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ARS Home » Northeast Area » Wyndmoor, Pennsylvania » Eastern Regional Research Center » Residue Chemistry and Predictive Microbiology Research » Research » Publications at this Location » Publication #325536

Title: Dynamic kinetic analysis of growth of Listeria monocytogenes in a simulated comminuted, non-cured cooked pork product

item Huang, Lihan

Submitted to: Food Control
Publication Type: Peer Reviewed Journal
Publication Acceptance Date: 6/27/2016
Publication Date: 6/29/2016
Citation: Huang, L. 2016. Dynamic kinetic analysis of growth of Listeria monocytogenes in a simulated comminuted, non-cured cooked pork product. Food Control. 71(2017):160-167. DOI:10.1016/j.foodcont.2016.06.043.

Interpretive Summary: Listeria monocytogenes is a major foodborne pathogen frequently associated with ready-to-eat (RTE) meat and poultry products regulated by the USDA Food Safety and Inspection Service. This study develops a new method to develop mathematical models to predict the growth of this pathogen in cooked pork. The models developed in this study are accurate and can be used in risk assessment and management of this pathogen in RTE meat and poultry products.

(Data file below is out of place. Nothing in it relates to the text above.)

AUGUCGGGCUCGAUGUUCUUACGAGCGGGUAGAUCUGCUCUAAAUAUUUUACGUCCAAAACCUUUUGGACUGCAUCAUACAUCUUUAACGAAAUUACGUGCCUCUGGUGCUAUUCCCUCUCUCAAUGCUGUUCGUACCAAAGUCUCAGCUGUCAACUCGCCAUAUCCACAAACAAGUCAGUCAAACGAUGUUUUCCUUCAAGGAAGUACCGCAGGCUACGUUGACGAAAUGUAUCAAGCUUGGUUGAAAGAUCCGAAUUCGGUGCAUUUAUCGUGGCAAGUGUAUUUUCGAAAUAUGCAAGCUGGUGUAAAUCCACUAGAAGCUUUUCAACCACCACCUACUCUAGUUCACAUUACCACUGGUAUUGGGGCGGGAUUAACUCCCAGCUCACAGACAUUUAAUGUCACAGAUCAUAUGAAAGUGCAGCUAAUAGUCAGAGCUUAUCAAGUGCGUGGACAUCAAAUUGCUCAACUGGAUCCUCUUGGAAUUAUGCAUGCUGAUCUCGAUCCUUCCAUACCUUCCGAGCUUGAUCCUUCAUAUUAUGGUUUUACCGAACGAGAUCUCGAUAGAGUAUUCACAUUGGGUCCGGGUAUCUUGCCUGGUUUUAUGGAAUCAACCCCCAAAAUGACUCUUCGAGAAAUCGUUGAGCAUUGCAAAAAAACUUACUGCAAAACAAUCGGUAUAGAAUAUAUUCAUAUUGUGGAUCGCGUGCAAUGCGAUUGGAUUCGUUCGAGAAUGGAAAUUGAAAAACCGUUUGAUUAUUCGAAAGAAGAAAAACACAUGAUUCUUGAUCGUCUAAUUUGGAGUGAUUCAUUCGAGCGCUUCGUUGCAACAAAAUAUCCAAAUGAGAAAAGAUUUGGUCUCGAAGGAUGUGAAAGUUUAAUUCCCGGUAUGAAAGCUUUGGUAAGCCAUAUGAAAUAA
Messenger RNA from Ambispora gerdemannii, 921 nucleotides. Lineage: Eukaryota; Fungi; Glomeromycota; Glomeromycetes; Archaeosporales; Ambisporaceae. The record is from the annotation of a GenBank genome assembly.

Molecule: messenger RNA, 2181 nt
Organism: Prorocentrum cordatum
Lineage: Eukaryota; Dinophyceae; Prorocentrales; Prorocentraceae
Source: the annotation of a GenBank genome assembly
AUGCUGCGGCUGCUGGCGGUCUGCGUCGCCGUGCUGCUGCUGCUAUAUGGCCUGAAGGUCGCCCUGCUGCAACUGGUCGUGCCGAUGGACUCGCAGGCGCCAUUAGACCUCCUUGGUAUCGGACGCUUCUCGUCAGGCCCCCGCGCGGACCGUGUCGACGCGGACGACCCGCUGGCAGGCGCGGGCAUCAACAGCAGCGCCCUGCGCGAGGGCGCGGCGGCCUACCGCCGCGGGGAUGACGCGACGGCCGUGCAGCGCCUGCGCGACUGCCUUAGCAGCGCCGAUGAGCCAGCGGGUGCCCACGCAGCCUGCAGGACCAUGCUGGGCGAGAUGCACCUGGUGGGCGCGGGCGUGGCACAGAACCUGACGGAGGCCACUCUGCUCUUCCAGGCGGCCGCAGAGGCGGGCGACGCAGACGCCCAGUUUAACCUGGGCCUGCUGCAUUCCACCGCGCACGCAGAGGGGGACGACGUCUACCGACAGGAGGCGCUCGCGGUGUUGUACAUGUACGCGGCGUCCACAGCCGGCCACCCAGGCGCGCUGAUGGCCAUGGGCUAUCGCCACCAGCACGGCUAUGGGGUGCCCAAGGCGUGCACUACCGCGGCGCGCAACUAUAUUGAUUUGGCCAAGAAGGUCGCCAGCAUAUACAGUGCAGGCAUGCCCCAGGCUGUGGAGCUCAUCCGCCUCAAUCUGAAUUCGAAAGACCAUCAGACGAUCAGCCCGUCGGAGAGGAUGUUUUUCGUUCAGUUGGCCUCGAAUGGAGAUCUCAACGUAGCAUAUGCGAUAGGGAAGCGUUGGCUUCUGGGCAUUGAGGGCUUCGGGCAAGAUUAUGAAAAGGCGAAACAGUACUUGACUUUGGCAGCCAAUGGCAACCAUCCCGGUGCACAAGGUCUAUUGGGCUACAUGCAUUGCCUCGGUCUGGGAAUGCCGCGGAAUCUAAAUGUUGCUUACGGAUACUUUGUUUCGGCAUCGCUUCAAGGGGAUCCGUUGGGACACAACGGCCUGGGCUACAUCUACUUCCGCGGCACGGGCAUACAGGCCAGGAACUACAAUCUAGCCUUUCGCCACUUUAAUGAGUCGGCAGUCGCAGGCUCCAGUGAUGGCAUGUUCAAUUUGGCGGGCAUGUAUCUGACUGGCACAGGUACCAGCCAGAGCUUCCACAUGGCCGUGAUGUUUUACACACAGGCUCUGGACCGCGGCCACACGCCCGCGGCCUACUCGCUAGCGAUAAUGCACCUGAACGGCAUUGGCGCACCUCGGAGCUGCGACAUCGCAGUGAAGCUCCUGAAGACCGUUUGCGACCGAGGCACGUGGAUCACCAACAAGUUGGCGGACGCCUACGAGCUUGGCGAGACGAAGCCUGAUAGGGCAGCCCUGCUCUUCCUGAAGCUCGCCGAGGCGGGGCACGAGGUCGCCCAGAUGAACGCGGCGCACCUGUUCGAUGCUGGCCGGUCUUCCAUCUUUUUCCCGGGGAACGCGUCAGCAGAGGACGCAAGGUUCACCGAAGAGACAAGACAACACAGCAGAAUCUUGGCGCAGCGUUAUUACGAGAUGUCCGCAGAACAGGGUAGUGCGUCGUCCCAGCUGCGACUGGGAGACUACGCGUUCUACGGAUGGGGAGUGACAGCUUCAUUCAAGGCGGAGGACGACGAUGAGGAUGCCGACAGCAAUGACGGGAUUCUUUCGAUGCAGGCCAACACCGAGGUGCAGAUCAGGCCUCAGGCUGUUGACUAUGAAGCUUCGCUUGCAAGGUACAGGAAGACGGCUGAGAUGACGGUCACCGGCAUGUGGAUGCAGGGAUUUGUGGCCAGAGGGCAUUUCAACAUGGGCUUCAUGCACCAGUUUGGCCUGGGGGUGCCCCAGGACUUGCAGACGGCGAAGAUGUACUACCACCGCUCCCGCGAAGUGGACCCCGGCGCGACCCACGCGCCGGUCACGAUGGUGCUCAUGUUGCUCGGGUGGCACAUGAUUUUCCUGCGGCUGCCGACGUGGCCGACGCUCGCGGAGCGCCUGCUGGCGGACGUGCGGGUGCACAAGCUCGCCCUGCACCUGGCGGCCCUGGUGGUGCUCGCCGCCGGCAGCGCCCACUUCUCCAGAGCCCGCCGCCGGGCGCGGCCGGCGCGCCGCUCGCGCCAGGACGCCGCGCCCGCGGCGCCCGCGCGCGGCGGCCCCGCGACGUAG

Technical Abstract: The objective of this study was to directly construct a tertiary growth model for Listeria monocytogenes in cooked pork and simultaneously determine the kinetic parameters using a combination of dynamic and isothermal growth curves. Growth studies were conducted using a cocktail of 5 strains of L. monocytogenes in cooked pork under both dynamic and isothermal temperature profiles designed to examine the effect of temperature of bacterial growth. A direct kinetic analysis method was used to construct the growth models and determine the kinetic parameters. The bacterial growth was simulated by a set of differential equations, and the temperature effect evaluated by the Huang square-root model. A numerical analysis and optimization method was used to simultaneously solve the different equations and search for the best fits of kinetic parameters for the growth models. The estimated minimum and maximum growth temperatures were 3.02 and 44.0 degree C, matching well with typical growth characteristics of this microorganism. The root-mean-square error (RMSE) of the optimization was 0.13 Log CFU/g. The growth models and kinetic parameters were validated using both dynamic and isothermal temperatures to check the accuracy of the models. The results showed that the RMSE of the predictions was 0.51 Log CFU/g. The residual errors of predictions follow a Laplace distribution, with 74.6% of the residual errors falling within plus or minus 0.5 Log CFU/g of the observations. This study proves that the one-step dynamic analysis with both dynamic and isothermal temperature profiles can be an effective approach for simultaneously constructing a tertiary model and determining the kinetic parameters.